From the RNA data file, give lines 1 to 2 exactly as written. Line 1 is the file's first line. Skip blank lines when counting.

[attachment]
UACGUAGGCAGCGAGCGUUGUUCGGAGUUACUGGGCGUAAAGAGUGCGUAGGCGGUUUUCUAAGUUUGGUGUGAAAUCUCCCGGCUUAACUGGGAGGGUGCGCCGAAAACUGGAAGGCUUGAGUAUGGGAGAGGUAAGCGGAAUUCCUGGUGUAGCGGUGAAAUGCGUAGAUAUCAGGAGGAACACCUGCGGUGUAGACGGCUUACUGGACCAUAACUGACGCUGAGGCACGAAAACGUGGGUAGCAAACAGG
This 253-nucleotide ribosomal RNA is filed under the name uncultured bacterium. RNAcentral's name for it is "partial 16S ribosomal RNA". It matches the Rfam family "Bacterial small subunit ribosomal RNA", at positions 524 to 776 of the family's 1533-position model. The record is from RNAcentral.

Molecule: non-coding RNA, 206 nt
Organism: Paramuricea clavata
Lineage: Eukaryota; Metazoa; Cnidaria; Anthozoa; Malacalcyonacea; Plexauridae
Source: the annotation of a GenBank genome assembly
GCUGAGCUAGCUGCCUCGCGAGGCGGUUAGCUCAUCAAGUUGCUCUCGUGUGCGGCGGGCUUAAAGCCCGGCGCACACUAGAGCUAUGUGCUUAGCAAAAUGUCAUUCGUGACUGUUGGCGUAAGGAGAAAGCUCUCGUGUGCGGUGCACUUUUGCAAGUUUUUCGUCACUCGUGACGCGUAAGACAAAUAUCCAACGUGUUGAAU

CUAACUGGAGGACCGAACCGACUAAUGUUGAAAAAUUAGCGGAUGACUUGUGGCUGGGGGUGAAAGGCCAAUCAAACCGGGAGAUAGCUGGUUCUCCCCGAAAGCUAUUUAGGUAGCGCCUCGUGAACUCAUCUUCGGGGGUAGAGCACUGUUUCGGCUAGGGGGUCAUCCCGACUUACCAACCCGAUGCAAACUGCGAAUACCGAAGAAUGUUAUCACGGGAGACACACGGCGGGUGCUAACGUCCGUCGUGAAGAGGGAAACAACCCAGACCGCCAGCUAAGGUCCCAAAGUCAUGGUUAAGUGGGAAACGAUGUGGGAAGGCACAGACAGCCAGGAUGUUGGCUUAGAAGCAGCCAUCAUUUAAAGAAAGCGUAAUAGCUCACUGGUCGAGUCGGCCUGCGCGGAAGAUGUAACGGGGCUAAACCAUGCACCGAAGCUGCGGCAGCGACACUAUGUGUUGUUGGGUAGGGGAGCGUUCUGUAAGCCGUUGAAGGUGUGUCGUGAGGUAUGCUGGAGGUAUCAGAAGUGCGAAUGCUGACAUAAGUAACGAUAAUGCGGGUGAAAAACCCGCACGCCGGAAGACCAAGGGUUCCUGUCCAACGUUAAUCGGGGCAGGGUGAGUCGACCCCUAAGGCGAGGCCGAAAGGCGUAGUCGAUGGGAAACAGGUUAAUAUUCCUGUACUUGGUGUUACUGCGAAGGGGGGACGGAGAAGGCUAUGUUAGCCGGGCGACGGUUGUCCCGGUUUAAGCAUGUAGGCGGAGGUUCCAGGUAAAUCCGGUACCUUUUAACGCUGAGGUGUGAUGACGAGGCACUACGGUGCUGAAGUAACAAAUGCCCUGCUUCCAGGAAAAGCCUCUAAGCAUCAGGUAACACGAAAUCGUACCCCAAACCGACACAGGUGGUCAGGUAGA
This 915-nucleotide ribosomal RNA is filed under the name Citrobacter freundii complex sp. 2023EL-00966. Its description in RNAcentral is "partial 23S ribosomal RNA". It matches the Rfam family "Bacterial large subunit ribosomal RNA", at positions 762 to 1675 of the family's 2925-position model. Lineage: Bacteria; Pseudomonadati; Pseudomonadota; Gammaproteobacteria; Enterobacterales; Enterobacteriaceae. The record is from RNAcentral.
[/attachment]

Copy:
UACGUAGGCAGCGAGCGUUGUUCGGAGUUACUGGGCGUAAAGAGUGCGUAGGCGGUUUUCUAAGUUUGGUGUGAAAUCUCCCGGCUUAACUGGGAGGGUGCGCCGAAAACUGGAAGGCUUGAGUAUGGGAGAGGUAAGCGGAAUUCCUGGUGUAGCGGUGAAAUGCGUAGAUAUCAGGAGGAACACCUGCGGUGUAGACGGCUUACUGGACCAUAACUGACGCUGAGGCACGAAAACGUGGGUAGCAAACAGG
This 253-nucleotide ribosomal RNA is filed under the name uncultured bacterium. RNAcentral's name for it is "partial 16S ribosomal RNA". It matches the Rfam family "Bacterial small subunit ribosomal RNA", at positions 524 to 776 of the family's 1533-position model. The record is from RNAcentral.